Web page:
Andrea at Reading Lark's Reviews > Confessions of an Angry Girl

Confessions of an Angry Girl by Louise Rozett
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Mar 31, 13

bookshelves: read-in-2012, 5-stars, arc, netgalley, young-adult, contemporary, favorites
Read in July, 2012

Review Posted on Reading Lark 7/25/12: http://readinglark.blogspot.com/2012/...

A lot of contemporaries in the YA world want to sing the praises of the high school experience. It often makes readers forget that high school isn't always the best four years of your life. I often wonder as I read contemporaries that revolve around the high school experience if something was wrong with me. My own experience wasn't always full of fun, large groups of friends, and hot boys just dying to ask me out. Don't get me wrong - I enjoyed my time in high school (for the most part) and I enjoy reading those sorts of books occasionally - but I also think its important for books to show the real high school experience complete with gossip, drama, coming of age moments, conflict, and change. Not everything about going to high school and growing up is pleasant. I truly appreciate that Louise Rozett has taken the time to write a compelling, gritty story about the negative side of high school.

Rose Zarelli is truly one angry girl, but I can't blame her, the poor girl has had a rough go of things lately. Her father was killed in Iraq by a roadside bomb while doing contract work for the military. Her brother has gone off to college, leaving her to handle her grief and her mother alone. She's starting her freshman year of high school. Her best friend is more concerned with cheer-leading and her boyfriend than Rose. The poor girl just can't seem to shake all the transitions that keep being thrown her way. To make matters worse, she has a crush on an unavailable guy who has a girlfriend spawned from demons who enjoys nothing better than making Rose's life miserable.

In spite of everything, I loved Rose. Her voice comes across loud and clear. She's just trying to figure out how she fits into the high school puzzle. I can relate to that as I felt the same way my freshman year. Thankfully, I didn't have as much to deal with emotionally as Rose. I would not have been as strong - I would have curled up in a ball under my comforter and prayed for graduation. Rose does her fair share of moping and wallowing in self doubt, but I loved seeing her grow a backbone. She stops letting people walk all over her and learns to assert herself. In many ways, she puts me to shame. I don't always say what's on my mind and often let others' opinions of me shape my own thinking. I learned a lot from angry Rose. I couldn't walk away from her story for long before I was clamoring to pick it up again. Rose is just one of those characters that stays on your mind and refuses to be ignored.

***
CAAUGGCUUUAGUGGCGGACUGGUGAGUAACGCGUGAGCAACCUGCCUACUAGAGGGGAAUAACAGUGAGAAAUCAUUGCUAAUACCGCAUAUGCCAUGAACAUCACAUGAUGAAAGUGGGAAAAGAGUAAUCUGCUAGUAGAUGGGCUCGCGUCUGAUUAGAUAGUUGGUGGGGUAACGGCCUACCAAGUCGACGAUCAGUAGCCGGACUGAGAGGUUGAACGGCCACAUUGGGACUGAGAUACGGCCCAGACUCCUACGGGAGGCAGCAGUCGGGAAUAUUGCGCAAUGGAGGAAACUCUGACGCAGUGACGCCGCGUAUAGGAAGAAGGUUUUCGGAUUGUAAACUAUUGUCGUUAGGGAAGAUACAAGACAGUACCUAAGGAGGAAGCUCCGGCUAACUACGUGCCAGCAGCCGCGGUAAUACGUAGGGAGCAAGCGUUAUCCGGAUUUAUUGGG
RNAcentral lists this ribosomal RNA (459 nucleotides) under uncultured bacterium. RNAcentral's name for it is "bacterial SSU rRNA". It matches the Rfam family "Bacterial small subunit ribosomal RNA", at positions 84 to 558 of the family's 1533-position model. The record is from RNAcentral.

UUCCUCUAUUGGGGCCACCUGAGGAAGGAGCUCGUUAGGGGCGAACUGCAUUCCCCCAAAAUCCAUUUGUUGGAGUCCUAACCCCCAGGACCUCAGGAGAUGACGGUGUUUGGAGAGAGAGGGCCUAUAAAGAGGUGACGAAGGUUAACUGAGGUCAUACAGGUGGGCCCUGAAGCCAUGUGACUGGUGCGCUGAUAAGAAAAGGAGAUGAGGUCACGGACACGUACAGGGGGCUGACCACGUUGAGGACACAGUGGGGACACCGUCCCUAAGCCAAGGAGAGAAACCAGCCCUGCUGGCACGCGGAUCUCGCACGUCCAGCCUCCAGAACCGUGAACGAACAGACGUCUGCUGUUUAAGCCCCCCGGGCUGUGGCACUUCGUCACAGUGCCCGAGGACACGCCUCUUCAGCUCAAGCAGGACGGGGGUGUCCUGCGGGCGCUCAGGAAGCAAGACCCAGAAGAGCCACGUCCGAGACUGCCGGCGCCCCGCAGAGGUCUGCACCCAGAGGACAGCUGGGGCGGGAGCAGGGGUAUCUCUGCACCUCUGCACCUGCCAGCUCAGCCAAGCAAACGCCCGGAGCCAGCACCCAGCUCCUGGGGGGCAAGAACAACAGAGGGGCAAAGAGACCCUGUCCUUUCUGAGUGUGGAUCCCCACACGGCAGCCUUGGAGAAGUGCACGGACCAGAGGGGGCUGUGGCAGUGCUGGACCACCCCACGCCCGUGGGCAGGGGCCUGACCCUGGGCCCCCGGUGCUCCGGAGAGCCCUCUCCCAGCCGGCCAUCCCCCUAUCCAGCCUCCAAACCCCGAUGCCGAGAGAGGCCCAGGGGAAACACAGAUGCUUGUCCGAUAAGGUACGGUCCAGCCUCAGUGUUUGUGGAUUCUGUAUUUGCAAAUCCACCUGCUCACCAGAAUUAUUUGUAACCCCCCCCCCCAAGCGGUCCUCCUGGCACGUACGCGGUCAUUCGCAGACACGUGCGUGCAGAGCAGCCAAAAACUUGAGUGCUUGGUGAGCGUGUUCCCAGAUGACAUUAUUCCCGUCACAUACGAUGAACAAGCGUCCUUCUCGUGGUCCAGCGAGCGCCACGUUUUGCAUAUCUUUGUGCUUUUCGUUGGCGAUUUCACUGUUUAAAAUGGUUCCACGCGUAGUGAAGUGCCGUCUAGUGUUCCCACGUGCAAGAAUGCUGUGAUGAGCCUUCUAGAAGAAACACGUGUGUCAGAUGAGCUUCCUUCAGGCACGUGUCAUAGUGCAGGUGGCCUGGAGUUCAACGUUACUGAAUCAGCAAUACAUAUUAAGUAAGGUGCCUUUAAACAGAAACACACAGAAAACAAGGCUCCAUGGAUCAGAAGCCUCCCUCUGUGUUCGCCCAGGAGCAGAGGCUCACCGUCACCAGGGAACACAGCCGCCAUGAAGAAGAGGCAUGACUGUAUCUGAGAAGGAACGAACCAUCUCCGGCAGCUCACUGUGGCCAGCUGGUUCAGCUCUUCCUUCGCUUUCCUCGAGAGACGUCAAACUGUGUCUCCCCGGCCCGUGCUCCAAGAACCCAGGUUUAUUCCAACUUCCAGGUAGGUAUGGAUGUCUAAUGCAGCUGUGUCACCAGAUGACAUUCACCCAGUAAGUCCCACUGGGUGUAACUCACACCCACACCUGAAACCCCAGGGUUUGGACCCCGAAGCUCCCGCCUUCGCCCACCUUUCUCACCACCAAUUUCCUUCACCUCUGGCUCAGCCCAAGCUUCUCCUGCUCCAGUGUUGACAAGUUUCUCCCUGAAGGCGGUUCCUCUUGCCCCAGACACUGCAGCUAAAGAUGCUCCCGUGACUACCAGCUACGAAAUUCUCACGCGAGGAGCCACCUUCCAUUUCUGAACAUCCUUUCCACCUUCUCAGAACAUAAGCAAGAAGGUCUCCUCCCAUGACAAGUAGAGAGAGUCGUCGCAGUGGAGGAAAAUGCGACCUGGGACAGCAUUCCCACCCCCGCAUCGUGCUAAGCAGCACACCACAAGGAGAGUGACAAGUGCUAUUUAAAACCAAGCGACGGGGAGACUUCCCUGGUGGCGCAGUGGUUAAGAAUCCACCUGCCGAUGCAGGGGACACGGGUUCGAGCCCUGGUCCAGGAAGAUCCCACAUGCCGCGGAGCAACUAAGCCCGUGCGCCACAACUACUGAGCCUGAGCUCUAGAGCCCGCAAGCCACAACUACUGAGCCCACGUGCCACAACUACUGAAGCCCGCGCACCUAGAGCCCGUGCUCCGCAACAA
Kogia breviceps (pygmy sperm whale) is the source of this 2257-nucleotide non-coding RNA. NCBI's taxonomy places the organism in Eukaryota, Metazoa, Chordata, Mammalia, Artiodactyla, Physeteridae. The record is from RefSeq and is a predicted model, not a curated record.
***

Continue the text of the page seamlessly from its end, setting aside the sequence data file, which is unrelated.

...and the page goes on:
Confessions of an Angry Girl also spends a good deal of time looking at bullying. As a middle school educator, this is the one issue that causes the most problems for my students. This is an epidemic that is spreading through many schools - at all age levels. No child should have to experience the constant torment that Rose endures. My heart broke repeatedly as I read of all the tribulations she had to face. It was interesting to me to see Rose try to deal with everything on her own. Not once did she seek help from her mother or an authority figure at school. She does eventually talk to her older brother about things a little bit, but only after constant prodding on his part. I wonder how many other kids are suffering from constant harassment and trying to handle everything on their own. This is an issue that educators, parents, and teens can't just turn their back on.

Confessions of an Angry Girl is a relevant and engrossing novel that shows the ugly side of high school. This isn't a book I would recommend to my middle school students because there is quite a bit of language and sexual content. With that being said though, I do think that the lessons in this novel concerning sex and taking care of one's self are extremely valuable for teens to learn when they are considering entering into intimate relationships. So many teens don't stop to think about the emotional ramifications of their choices. This is one of those books that could create opportunities for conversation between parents and their teens.

I know I may have made this book sound like a total downer, but its not totally focused on the negative - there are moments of humor that shine through and I have hope that things will improve for Rose. Furthermore, teen readers will appreciate Rose's honest voice. The fact that no character is completely good - they all have some sort of flaw(s) - always makes the story more relevant. Nobody is perfect. It's nice to see that sentiment reflected in fiction. This novel also made me realize how truly sheltered I was in high school. I can't imagine dealing with some of the issues Rose faces at fourteen.

I am anxious to read the next book in the series, Confessions of an Almost Girlfriend, which hits the shelves in 2013.

One Last Gripe: I want to see how the Rose vs. Regina showdown will play out. I'm hoping we find out in the next book.

My Favorite Thing About This Book: Its authenticity - the characters, plot, etc. seemed so real

First Sentence: This, Dear Reader, is a tale of the Hell of high school.

Favorite Character: Rose

Least Favorite Character: Tracy
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